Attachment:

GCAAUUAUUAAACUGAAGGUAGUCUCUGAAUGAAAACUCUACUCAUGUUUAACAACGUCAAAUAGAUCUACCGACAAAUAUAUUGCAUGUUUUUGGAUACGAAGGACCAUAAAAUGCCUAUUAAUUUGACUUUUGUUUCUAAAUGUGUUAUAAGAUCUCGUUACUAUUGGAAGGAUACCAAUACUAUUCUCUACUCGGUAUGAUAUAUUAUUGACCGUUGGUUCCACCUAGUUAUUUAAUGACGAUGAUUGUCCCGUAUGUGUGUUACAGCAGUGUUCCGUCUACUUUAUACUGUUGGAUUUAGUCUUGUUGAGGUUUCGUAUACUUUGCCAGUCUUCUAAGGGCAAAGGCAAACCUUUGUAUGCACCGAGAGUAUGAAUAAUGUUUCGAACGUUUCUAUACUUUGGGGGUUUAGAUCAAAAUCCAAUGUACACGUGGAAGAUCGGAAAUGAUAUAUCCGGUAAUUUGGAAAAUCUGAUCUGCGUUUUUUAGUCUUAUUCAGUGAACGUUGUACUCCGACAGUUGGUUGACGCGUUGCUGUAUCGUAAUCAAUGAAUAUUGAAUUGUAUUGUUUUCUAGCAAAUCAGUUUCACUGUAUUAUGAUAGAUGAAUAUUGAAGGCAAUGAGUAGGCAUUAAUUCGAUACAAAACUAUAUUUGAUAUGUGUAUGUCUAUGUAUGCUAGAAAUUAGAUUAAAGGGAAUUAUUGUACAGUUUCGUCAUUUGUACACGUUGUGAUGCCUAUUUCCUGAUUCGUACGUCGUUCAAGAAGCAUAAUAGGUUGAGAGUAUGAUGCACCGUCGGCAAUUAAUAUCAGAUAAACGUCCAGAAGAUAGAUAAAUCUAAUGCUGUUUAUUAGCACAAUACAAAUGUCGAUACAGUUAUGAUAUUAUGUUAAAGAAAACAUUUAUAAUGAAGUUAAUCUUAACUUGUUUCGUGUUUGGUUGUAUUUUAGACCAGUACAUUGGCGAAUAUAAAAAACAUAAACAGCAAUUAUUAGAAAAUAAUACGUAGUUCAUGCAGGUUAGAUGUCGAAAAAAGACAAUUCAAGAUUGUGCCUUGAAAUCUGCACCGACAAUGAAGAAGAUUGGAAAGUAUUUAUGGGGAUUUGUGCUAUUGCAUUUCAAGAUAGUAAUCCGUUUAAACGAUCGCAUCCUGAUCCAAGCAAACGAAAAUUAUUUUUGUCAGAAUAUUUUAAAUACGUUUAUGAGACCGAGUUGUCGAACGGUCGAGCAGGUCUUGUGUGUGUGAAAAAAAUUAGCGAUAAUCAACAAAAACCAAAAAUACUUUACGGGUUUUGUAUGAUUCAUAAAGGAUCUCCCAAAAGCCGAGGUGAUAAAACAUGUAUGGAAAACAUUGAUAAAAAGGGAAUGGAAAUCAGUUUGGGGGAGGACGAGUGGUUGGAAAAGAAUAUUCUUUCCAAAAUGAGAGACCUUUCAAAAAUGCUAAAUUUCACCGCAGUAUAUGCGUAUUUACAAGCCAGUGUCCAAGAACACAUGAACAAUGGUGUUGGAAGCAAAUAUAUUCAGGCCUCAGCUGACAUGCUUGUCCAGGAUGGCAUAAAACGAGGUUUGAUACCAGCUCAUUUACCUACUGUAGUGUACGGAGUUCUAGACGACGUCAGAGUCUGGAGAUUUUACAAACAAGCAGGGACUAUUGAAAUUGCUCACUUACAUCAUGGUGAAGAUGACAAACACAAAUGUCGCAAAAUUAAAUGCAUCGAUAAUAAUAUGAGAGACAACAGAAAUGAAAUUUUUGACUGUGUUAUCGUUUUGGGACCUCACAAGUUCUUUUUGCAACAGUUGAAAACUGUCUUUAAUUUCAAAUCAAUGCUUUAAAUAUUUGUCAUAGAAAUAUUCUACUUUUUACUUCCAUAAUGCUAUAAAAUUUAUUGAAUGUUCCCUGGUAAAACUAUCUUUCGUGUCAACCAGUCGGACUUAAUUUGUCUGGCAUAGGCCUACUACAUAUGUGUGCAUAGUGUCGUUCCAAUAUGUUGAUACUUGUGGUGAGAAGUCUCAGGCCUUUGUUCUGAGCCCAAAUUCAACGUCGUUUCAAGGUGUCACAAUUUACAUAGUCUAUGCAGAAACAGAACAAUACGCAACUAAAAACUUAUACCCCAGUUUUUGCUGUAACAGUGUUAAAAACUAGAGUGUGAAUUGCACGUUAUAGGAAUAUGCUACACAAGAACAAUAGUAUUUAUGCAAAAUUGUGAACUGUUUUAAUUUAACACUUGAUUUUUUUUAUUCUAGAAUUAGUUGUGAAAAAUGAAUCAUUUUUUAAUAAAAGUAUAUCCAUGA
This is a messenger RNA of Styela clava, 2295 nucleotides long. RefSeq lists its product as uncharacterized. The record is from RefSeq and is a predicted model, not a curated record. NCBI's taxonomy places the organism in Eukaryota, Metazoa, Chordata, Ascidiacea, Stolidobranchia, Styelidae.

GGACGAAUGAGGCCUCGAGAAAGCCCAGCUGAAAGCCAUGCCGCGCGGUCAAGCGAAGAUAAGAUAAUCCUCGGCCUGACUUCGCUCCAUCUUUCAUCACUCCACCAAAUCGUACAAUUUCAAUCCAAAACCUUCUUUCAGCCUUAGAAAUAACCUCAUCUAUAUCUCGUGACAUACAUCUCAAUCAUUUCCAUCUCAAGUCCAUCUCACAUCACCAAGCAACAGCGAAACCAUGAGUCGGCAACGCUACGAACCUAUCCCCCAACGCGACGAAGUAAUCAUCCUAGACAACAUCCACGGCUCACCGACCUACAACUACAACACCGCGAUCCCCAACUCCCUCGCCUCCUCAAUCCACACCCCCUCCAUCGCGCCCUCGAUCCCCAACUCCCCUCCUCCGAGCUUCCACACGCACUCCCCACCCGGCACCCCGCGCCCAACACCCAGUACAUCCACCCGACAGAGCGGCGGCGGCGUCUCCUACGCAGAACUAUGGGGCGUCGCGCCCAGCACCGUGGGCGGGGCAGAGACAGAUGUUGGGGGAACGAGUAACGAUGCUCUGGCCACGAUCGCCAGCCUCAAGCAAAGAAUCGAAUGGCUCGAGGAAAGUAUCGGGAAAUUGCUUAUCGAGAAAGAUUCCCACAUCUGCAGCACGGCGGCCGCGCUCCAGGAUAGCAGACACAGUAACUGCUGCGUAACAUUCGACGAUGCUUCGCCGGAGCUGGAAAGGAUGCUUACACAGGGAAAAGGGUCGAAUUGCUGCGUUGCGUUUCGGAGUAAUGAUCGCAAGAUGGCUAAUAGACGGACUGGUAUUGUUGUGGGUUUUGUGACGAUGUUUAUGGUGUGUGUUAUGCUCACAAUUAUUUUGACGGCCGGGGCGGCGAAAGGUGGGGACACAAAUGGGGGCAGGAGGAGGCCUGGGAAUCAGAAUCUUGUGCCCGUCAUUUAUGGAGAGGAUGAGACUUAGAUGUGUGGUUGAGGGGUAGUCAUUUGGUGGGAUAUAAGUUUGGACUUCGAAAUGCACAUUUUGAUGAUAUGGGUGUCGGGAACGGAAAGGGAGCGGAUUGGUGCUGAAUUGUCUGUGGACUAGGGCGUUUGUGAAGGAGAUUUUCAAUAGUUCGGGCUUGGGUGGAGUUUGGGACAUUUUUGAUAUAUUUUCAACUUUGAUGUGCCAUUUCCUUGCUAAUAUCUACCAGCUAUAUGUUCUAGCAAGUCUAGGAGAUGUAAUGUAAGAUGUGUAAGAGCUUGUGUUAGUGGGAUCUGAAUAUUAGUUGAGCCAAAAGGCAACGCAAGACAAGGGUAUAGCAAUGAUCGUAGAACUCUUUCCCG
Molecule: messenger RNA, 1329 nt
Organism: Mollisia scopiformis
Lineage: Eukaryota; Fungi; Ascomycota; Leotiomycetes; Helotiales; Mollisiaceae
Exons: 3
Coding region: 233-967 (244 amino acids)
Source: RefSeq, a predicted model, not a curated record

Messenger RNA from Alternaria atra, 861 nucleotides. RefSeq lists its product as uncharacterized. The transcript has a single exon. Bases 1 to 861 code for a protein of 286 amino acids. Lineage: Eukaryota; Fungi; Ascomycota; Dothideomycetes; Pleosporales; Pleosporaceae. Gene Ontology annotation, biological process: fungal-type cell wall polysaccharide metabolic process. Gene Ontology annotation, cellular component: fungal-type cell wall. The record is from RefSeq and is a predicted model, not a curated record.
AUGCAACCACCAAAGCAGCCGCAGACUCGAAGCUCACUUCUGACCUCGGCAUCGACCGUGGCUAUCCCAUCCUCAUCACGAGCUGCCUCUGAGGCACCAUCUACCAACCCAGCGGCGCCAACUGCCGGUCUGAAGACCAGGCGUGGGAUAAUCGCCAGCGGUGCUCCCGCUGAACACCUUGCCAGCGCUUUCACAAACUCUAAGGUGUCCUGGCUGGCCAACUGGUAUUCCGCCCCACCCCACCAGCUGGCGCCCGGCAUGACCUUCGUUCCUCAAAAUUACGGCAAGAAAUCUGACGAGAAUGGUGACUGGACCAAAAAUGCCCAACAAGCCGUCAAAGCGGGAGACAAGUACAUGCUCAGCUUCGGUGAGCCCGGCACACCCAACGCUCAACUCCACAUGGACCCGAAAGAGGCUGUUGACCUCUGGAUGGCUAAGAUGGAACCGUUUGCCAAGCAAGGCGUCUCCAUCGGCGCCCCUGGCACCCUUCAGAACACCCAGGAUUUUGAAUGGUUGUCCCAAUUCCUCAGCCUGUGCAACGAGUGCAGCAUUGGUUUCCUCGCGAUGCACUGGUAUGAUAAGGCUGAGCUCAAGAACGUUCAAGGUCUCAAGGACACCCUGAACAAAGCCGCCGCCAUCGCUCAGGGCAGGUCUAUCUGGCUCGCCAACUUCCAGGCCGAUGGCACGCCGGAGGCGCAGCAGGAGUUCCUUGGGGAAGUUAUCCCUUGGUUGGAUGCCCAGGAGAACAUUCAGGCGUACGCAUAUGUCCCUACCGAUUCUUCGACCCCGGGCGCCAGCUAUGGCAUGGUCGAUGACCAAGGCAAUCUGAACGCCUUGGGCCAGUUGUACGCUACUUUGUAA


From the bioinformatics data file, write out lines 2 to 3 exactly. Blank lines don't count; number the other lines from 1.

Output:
This is a messenger RNA of Styela clava, 2295 nucleotides long. RefSeq lists its product as uncharacterized. The record is from RefSeq and is a predicted model, not a curated record. NCBI's taxonomy places the organism in Eukaryota, Metazoa, Chordata, Ascidiacea, Stolidobranchia, Styelidae.

GGACGAAUGAGGCCUCGAGAAAGCCCAGCUGAAAGCCAUGCCGCGCGGUCAAGCGAAGAUAAGAUAAUCCUCGGCCUGACUUCGCUCCAUCUUUCAUCACUCCACCAAAUCGUACAAUUUCAAUCCAAAACCUUCUUUCAGCCUUAGAAAUAACCUCAUCUAUAUCUCGUGACAUACAUCUCAAUCAUUUCCAUCUCAAGUCCAUCUCACAUCACCAAGCAACAGCGAAACCAUGAGUCGGCAACGCUACGAACCUAUCCCCCAACGCGACGAAGUAAUCAUCCUAGACAACAUCCACGGCUCACCGACCUACAACUACAACACCGCGAUCCCCAACUCCCUCGCCUCCUCAAUCCACACCCCCUCCAUCGCGCCCUCGAUCCCCAACUCCCCUCCUCCGAGCUUCCACACGCACUCCCCACCCGGCACCCCGCGCCCAACACCCAGUACAUCCACCCGACAGAGCGGCGGCGGCGUCUCCUACGCAGAACUAUGGGGCGUCGCGCCCAGCACCGUGGGCGGGGCAGAGACAGAUGUUGGGGGAACGAGUAACGAUGCUCUGGCCACGAUCGCCAGCCUCAAGCAAAGAAUCGAAUGGCUCGAGGAAAGUAUCGGGAAAUUGCUUAUCGAGAAAGAUUCCCACAUCUGCAGCACGGCGGCCGCGCUCCAGGAUAGCAGACACAGUAACUGCUGCGUAACAUUCGACGAUGCUUCGCCGGAGCUGGAAAGGAUGCUUACACAGGGAAAAGGGUCGAAUUGCUGCGUUGCGUUUCGGAGUAAUGAUCGCAAGAUGGCUAAUAGACGGACUGGUAUUGUUGUGGGUUUUGUGACGAUGUUUAUGGUGUGUGUUAUGCUCACAAUUAUUUUGACGGCCGGGGCGGCGAAAGGUGGGGACACAAAUGGGGGCAGGAGGAGGCCUGGGAAUCAGAAUCUUGUGCCCGUCAUUUAUGGAGAGGAUGAGACUUAGAUGUGUGGUUGAGGGGUAGUCAUUUGGUGGGAUAUAAGUUUGGACUUCGAAAUGCACAUUUUGAUGAUAUGGGUGUCGGGAACGGAAAGGGAGCGGAUUGGUGCUGAAUUGUCUGUGGACUAGGGCGUUUGUGAAGGAGAUUUUCAAUAGUUCGGGCUUGGGUGGAGUUUGGGACAUUUUUGAUAUAUUUUCAACUUUGAUGUGCCAUUUCCUUGCUAAUAUCUACCAGCUAUAUGUUCUAGCAAGUCUAGGAGAUGUAAUGUAAGAUGUGUAAGAGCUUGUGUUAGUGGGAUCUGAAUAUUAGUUGAGCCAAAAGGCAACGCAAGACAAGGGUAUAGCAAUGAUCGUAGAACUCUUUCCCG